NetApp swaggers over competitors with rampaging flash array results

NetApp is growing revenues solidly with a booming flash array business, competitors in perceived disarray, and its Data Fabric concept resonating with customers looking to the public cloud.

Its first fiscal 2019 quarter revenues were $1.47bn, 12 per cent more than a year ago*. There was a profit of $283m, 58.7 per cent higher than the year-ago $166m. Product revenue was $875m, up 20 per cent annually, software maintenance was $229m (up 3 per cent y-o-y) and $370m came in from hardware maintenance and other services. This was flat y-o-y. Gross margin was 66 per cent.

All-flash revenues exhibited an annual $2.2bn run rate, up 50 per cent year-on-year. Installed base flash array penetration is around 14 per cent; it was under 10 per cent a year ago; implying there is a lot of potential flash array demand inside its customers.

Financially it is in rude health, with free cash flow being 18 per cent of revenue and increasing 22 per cent year-on-year. Some $605m was spent on share repurchases and cash dividends. NetApp closed the quarter with $4.8bn in cash and short-term investments.

CEO George Kurian’s release quote said: “Enterprises are signalling strong confidence in NetApp by making long-term investments to enable the NetApp Data Fabric across their entire enterprise.”

NetApp CEO George Kurian.

NetApp said its cloud data services run rate was $20m.

SolidFire array revenues were $47m according to IDC. The all-flash EF series and ONTAP arrays brought in $433.4m according to senior Wells Fargo analyst Aaron Rakers. HCI revenues were not identified.

What did the earnings call tell us? Kurian said NetApp was starting the fiscal year: “in a stronger position than we’ve been in for years. Revenue, gross margin, operating margin and earnings per share were all above our guidance.”

Kurian said: “as businesses become more data-intensive and builds more data-intensive environments like machine learning, high performance storage and data services are benefiting from spending intention.” HCI product revenues were not separately identified in NetApp’s results. Asked by Rakers about this and NetApp’s HCI product progress, Kurian said: “With regard to whether we will breakout HCI or not, we’ll provide you that clarity when we do it.” Take that, Aaron.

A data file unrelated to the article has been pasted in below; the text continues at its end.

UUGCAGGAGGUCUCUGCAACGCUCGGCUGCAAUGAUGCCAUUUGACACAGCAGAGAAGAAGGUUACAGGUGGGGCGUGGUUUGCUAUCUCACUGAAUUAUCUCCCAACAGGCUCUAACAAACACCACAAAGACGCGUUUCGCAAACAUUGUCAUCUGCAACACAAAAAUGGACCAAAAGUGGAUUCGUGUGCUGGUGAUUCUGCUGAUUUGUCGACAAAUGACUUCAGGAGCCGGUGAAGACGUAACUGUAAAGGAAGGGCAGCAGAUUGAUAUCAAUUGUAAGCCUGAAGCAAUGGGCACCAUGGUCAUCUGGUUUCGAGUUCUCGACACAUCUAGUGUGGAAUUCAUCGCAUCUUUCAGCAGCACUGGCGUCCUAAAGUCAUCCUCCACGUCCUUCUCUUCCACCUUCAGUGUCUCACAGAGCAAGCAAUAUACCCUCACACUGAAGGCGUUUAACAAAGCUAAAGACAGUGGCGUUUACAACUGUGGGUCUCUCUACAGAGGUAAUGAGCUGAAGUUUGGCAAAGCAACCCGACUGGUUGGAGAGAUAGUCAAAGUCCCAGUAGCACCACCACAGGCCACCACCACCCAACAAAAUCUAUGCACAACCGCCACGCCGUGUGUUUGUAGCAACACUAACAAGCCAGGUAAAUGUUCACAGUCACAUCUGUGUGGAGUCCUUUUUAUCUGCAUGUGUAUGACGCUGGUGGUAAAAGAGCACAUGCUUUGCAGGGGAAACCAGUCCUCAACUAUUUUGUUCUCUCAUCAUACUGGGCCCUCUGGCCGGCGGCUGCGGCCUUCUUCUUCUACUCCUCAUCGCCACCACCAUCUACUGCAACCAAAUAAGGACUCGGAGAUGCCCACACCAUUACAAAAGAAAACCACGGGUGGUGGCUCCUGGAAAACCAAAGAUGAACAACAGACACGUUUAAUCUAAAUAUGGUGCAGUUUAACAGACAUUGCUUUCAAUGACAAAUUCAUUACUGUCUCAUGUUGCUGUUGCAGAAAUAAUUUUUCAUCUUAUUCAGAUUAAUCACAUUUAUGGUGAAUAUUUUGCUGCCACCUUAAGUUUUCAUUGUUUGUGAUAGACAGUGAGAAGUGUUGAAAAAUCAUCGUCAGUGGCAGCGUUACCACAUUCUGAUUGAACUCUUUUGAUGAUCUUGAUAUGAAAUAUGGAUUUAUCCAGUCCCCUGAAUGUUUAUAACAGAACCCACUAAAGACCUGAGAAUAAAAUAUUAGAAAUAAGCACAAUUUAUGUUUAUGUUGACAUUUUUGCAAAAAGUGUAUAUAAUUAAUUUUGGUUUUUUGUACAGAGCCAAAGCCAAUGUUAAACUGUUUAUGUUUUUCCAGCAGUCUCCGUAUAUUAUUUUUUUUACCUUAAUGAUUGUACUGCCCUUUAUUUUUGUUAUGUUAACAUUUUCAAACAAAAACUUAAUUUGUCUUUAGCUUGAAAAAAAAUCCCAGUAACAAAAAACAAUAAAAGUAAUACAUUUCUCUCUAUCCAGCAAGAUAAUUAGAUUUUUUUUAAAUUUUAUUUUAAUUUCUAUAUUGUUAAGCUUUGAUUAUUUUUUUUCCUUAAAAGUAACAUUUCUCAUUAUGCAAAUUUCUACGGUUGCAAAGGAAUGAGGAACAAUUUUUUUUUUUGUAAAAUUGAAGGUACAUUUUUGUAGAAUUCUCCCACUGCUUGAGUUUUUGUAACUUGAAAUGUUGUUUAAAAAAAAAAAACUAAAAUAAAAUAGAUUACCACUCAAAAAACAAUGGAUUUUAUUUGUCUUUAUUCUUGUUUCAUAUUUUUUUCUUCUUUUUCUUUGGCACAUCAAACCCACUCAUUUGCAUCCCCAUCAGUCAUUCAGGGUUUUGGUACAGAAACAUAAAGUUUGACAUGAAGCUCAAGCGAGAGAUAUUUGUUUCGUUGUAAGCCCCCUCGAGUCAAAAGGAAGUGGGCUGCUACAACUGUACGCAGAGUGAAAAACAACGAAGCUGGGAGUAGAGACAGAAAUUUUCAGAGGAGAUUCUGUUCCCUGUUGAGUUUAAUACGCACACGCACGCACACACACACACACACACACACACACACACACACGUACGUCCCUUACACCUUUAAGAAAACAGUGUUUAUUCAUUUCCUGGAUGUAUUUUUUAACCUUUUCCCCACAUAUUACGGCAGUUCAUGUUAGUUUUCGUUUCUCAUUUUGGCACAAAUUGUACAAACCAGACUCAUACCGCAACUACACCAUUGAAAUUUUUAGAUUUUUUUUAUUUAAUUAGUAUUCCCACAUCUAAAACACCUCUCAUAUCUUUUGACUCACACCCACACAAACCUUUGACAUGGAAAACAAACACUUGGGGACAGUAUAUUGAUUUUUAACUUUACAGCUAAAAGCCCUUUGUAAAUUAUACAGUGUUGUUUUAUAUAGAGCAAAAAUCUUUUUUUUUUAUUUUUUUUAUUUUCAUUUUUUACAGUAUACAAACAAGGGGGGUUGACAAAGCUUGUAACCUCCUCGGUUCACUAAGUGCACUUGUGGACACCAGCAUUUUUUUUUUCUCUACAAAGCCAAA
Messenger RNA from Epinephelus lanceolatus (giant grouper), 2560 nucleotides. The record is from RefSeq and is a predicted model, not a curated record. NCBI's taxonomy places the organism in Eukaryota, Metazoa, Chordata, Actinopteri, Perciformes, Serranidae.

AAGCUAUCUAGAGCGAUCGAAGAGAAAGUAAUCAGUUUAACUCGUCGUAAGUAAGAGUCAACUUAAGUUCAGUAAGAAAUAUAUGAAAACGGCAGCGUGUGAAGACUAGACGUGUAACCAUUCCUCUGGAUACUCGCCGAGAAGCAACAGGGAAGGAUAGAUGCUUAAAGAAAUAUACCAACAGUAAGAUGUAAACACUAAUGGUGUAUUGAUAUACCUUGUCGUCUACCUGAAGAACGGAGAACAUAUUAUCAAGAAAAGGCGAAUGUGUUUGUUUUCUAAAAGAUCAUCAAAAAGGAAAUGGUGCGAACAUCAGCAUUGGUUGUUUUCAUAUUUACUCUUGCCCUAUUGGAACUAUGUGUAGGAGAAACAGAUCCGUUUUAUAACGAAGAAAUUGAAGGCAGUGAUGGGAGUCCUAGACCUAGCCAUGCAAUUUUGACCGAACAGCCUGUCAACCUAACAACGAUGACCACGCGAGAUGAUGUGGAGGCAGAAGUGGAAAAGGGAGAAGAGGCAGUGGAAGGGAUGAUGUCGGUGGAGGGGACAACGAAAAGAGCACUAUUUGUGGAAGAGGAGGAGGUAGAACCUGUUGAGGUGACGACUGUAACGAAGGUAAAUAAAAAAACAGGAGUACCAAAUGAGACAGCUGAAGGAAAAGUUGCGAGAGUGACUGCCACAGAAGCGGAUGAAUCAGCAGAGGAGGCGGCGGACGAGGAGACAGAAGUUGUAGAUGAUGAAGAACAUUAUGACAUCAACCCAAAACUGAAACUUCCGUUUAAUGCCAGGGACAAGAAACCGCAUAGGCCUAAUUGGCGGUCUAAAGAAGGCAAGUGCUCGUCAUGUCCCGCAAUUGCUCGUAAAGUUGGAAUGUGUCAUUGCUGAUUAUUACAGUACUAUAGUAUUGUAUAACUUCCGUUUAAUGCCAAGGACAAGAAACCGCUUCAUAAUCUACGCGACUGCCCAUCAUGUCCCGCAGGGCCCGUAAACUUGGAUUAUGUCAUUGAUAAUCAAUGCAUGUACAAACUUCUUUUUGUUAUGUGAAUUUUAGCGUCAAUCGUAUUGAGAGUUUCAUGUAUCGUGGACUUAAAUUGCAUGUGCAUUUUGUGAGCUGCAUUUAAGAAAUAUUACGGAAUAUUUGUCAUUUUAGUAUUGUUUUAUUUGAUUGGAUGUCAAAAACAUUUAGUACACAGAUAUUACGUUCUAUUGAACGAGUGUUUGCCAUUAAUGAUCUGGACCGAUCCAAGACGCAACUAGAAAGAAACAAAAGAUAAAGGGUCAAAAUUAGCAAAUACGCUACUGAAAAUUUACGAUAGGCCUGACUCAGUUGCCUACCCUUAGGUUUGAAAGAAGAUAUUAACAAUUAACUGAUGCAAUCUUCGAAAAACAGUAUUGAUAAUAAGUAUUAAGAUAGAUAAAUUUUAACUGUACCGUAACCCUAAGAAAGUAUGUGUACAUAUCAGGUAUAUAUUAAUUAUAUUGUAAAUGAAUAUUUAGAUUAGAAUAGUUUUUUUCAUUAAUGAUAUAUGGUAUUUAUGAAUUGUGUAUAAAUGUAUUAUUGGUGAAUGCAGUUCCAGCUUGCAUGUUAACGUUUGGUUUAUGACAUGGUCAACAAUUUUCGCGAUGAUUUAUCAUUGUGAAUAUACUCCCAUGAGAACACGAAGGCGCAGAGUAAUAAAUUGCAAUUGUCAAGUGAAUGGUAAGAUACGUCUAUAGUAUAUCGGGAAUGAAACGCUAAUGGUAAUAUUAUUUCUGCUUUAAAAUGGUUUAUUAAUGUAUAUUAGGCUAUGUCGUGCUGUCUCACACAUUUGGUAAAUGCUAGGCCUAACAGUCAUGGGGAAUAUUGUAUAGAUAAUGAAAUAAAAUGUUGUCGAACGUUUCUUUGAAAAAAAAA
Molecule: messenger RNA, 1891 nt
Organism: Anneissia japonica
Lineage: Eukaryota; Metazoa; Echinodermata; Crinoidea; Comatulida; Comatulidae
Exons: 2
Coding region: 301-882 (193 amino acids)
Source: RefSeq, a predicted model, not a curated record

He added: “At this point, HCI is a part of our product revenue. We have seen a broader number of competitive engagements and we are winning our share, right? … We’ve had good competitive wins. … we have some really exciting product announcements at NetApp Insight, and you’ll see how we build NetApp HCI into our compelling Data Fabric story there.”

NetApp Insight will be held in Las Vegas, October 22-24., and it should also contain news about the object storage StorageGRID product.

Kurian talked about the effect of lowering 3D NAND flash prices: “As prices ameliorate for 3D NAND, which we are starting to see clearly, that performance [disk] drive, the 10-K drive segment will concede to the all-flash array segment.”

Then he moved on to the competing suppliers, saying: “I think, the legacy competitors are in a variety of states of challenge. I think, if you look at the large players like EMC or HP, they’re still trying to rationalize their lead flash portfolio, because none of their products is complete.

“If you look at players like IBM and Hitachi and Fujitsu and Oracle, they basically conceded and are no longer in sort of new deployment considerations. They’re essentially defending the installed base and the start-ups are challenged.

“They have essentially been fast on product innovation, and they don’t have the market reach to compete. So it will be, I see some sense of consolidation coming up in the marketplace and we will benefit from that, because we’re very well-positioned.”

One questioner asked about NetApp’s view on composable infrastructure and HCI, to which Kurian replied: “Our solution has many of the elements of composable in it.”

We might hear more about that in October.

Next quarter revenues are expected to be between $1.45bn and $1.55bn, a 5.6 per cent rise on the year-ago Q2’s $1.42bn at the mid-point.

<b>*</b> Note; the fiscal 2017 first quarter revenues have been recalculated to $1.32bn based on NetApp’s adoption of the new accounting standard ASC 606. Originally they were $1.33bn, with profits of $136m, also retrospectively recalculated to be $131m.

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